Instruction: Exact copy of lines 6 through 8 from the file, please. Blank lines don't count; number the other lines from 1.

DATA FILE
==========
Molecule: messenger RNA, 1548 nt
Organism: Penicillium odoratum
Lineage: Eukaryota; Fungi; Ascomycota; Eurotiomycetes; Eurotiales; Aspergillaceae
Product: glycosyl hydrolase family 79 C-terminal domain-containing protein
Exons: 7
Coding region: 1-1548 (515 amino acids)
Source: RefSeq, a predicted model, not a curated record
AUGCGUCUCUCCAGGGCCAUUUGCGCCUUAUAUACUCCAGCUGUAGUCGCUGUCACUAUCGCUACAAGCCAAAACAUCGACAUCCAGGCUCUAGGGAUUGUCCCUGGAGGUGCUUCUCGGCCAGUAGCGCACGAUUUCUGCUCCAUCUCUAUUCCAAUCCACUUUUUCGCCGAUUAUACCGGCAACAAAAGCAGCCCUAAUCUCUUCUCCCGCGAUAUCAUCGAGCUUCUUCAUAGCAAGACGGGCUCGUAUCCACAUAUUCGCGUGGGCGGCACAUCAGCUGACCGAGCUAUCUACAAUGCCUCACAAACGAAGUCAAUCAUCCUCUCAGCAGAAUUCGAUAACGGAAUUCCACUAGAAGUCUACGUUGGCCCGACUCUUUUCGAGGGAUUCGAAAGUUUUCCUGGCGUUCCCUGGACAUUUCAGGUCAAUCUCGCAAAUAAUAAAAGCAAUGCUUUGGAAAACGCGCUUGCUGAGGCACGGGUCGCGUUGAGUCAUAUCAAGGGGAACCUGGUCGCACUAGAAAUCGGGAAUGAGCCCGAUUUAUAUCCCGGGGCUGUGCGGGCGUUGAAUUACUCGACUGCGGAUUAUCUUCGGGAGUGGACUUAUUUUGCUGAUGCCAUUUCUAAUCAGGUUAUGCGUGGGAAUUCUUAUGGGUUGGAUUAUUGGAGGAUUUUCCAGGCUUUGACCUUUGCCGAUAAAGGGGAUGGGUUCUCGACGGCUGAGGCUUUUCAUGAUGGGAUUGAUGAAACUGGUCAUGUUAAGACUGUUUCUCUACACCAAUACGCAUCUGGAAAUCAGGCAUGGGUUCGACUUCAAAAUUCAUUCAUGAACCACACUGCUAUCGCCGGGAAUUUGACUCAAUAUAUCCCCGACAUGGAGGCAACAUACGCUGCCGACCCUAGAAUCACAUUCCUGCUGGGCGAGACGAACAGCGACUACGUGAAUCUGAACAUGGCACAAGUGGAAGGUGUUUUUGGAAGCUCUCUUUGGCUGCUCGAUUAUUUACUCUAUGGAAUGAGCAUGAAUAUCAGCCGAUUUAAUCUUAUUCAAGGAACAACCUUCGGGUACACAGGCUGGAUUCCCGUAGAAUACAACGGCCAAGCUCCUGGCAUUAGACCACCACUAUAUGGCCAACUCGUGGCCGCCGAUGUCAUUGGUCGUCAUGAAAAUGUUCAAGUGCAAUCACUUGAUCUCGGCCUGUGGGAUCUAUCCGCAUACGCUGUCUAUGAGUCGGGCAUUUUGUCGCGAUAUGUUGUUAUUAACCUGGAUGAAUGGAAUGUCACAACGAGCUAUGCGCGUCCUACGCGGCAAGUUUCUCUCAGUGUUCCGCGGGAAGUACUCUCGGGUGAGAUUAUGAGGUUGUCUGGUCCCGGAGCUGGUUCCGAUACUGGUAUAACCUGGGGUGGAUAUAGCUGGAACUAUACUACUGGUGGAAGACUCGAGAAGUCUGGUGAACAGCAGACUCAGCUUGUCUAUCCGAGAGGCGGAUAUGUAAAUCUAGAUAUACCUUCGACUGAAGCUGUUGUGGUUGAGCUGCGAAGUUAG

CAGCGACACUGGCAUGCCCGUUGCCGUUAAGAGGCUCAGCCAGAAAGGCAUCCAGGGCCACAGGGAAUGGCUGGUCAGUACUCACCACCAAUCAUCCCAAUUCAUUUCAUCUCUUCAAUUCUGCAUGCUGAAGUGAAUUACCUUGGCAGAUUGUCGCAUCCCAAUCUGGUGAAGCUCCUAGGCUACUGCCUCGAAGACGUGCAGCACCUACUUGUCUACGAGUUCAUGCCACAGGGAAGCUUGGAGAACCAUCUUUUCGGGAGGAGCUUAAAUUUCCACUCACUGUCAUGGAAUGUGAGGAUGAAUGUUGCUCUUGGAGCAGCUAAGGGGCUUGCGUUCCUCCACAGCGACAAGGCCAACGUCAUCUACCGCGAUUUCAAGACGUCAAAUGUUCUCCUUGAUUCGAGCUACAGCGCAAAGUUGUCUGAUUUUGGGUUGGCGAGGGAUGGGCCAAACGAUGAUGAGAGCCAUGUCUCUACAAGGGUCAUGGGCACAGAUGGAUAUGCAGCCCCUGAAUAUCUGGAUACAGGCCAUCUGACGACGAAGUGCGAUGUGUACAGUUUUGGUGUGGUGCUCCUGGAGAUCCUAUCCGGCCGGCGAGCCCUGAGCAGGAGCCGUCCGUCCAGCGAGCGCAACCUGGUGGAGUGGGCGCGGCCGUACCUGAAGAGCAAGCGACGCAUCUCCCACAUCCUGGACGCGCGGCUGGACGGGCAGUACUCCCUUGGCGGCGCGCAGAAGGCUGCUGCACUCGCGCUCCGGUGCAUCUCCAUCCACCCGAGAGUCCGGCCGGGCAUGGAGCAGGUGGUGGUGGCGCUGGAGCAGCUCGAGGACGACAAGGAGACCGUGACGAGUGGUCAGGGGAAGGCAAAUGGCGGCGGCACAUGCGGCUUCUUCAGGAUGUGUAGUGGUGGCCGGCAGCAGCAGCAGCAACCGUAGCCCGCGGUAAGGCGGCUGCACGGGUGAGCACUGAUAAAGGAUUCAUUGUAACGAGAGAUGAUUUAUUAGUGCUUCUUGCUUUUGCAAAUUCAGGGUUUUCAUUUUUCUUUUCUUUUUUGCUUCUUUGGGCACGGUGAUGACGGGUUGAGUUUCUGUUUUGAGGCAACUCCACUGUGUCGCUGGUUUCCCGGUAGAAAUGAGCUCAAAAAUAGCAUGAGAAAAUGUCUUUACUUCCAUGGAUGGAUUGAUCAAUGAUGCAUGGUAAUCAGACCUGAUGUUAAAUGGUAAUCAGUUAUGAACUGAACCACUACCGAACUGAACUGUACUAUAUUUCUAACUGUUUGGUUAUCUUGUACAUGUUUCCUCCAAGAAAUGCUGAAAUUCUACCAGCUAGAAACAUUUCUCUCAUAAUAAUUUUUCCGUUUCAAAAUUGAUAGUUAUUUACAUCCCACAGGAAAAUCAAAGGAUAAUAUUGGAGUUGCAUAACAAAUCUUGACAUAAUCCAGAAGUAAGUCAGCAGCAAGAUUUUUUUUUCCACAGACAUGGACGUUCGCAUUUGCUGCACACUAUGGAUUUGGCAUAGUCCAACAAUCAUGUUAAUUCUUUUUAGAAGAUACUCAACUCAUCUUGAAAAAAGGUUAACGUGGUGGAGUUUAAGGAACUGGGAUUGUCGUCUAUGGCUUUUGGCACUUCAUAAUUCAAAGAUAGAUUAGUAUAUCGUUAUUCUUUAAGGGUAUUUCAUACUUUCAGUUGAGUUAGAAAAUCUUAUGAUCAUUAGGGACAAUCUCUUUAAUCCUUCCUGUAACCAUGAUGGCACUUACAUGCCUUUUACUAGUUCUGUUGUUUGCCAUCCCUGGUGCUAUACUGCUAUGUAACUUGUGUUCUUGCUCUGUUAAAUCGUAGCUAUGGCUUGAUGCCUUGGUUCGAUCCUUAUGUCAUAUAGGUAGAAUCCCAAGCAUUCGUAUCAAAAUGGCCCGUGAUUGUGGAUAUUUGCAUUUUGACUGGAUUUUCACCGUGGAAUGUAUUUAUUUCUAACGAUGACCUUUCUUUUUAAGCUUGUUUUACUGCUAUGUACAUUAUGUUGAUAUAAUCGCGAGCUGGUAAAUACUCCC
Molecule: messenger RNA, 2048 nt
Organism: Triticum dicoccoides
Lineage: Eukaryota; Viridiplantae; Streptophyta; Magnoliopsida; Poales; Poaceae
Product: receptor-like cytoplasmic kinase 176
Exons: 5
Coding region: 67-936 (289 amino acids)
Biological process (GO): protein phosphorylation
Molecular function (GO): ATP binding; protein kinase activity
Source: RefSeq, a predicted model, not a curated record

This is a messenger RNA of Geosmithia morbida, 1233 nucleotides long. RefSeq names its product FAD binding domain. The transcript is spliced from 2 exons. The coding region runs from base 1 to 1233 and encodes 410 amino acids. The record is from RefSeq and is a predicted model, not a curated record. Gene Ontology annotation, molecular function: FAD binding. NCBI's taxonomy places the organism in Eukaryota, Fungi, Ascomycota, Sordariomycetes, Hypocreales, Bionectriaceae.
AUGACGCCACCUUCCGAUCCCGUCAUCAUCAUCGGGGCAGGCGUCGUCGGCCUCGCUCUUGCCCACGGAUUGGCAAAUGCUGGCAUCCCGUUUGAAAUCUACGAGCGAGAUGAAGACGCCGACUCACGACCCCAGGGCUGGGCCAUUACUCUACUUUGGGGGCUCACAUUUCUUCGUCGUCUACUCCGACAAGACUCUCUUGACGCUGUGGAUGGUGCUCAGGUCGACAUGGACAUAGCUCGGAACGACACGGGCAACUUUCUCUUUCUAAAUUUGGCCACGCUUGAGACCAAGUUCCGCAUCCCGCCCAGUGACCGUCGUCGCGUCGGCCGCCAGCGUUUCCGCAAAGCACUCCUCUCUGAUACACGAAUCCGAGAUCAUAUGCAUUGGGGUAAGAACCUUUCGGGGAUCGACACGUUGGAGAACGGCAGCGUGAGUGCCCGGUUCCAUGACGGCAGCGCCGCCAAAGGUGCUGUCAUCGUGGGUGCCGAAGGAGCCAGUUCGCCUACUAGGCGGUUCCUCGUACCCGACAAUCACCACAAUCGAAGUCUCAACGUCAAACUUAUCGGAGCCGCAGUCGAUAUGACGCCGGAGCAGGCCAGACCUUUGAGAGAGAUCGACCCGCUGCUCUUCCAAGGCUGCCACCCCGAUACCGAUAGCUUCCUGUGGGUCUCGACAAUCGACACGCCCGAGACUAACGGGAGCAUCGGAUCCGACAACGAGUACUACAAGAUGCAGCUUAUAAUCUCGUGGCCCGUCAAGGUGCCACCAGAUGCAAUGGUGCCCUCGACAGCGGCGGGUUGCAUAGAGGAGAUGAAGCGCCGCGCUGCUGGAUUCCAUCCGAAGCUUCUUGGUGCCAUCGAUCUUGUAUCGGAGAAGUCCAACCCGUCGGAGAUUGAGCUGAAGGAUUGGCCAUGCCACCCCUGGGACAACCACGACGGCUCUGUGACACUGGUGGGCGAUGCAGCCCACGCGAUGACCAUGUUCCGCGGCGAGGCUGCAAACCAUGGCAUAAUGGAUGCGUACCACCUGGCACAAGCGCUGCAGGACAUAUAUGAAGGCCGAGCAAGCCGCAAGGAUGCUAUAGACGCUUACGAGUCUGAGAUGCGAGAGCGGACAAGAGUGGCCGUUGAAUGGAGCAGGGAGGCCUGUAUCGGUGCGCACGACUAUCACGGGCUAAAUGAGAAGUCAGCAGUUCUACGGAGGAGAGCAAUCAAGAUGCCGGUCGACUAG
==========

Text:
Coding region: 1-1548 (515 amino acids)
Source: RefSeq, a predicted model, not a curated record
AUGCGUCUCUCCAGGGCCAUUUGCGCCUUAUAUACUCCAGCUGUAGUCGCUGUCACUAUCGCUACAAGCCAAAACAUCGACAUCCAGGCUCUAGGGAUUGUCCCUGGAGGUGCUUCUCGGCCAGUAGCGCACGAUUUCUGCUCCAUCUCUAUUCCAAUCCACUUUUUCGCCGAUUAUACCGGCAACAAAAGCAGCCCUAAUCUCUUCUCCCGCGAUAUCAUCGAGCUUCUUCAUAGCAAGACGGGCUCGUAUCCACAUAUUCGCGUGGGCGGCACAUCAGCUGACCGAGCUAUCUACAAUGCCUCACAAACGAAGUCAAUCAUCCUCUCAGCAGAAUUCGAUAACGGAAUUCCACUAGAAGUCUACGUUGGCCCGACUCUUUUCGAGGGAUUCGAAAGUUUUCCUGGCGUUCCCUGGACAUUUCAGGUCAAUCUCGCAAAUAAUAAAAGCAAUGCUUUGGAAAACGCGCUUGCUGAGGCACGGGUCGCGUUGAGUCAUAUCAAGGGGAACCUGGUCGCACUAGAAAUCGGGAAUGAGCCCGAUUUAUAUCCCGGGGCUGUGCGGGCGUUGAAUUACUCGACUGCGGAUUAUCUUCGGGAGUGGACUUAUUUUGCUGAUGCCAUUUCUAAUCAGGUUAUGCGUGGGAAUUCUUAUGGGUUGGAUUAUUGGAGGAUUUUCCAGGCUUUGACCUUUGCCGAUAAAGGGGAUGGGUUCUCGACGGCUGAGGCUUUUCAUGAUGGGAUUGAUGAAACUGGUCAUGUUAAGACUGUUUCUCUACACCAAUACGCAUCUGGAAAUCAGGCAUGGGUUCGACUUCAAAAUUCAUUCAUGAACCACACUGCUAUCGCCGGGAAUUUGACUCAAUAUAUCCCCGACAUGGAGGCAACAUACGCUGCCGACCCUAGAAUCACAUUCCUGCUGGGCGAGACGAACAGCGACUACGUGAAUCUGAACAUGGCACAAGUGGAAGGUGUUUUUGGAAGCUCUCUUUGGCUGCUCGAUUAUUUACUCUAUGGAAUGAGCAUGAAUAUCAGCCGAUUUAAUCUUAUUCAAGGAACAACCUUCGGGUACACAGGCUGGAUUCCCGUAGAAUACAACGGCCAAGCUCCUGGCAUUAGACCACCACUAUAUGGCCAACUCGUGGCCGCCGAUGUCAUUGGUCGUCAUGAAAAUGUUCAAGUGCAAUCACUUGAUCUCGGCCUGUGGGAUCUAUCCGCAUACGCUGUCUAUGAGUCGGGCAUUUUGUCGCGAUAUGUUGUUAUUAACCUGGAUGAAUGGAAUGUCACAACGAGCUAUGCGCGUCCUACGCGGCAAGUUUCUCUCAGUGUUCCGCGGGAAGUACUCUCGGGUGAGAUUAUGAGGUUGUCUGGUCCCGGAGCUGGUUCCGAUACUGGUAUAACCUGGGGUGGAUAUAGCUGGAACUAUACUACUGGUGGAAGACUCGAGAAGUCUGGUGAACAGCAGACUCAGCUUGUCUAUCCGAGAGGCGGAUAUGUAAAUCUAGAUAUACCUUCGACUGAAGCUGUUGUGGUUGAGCUGCGAAGUUAG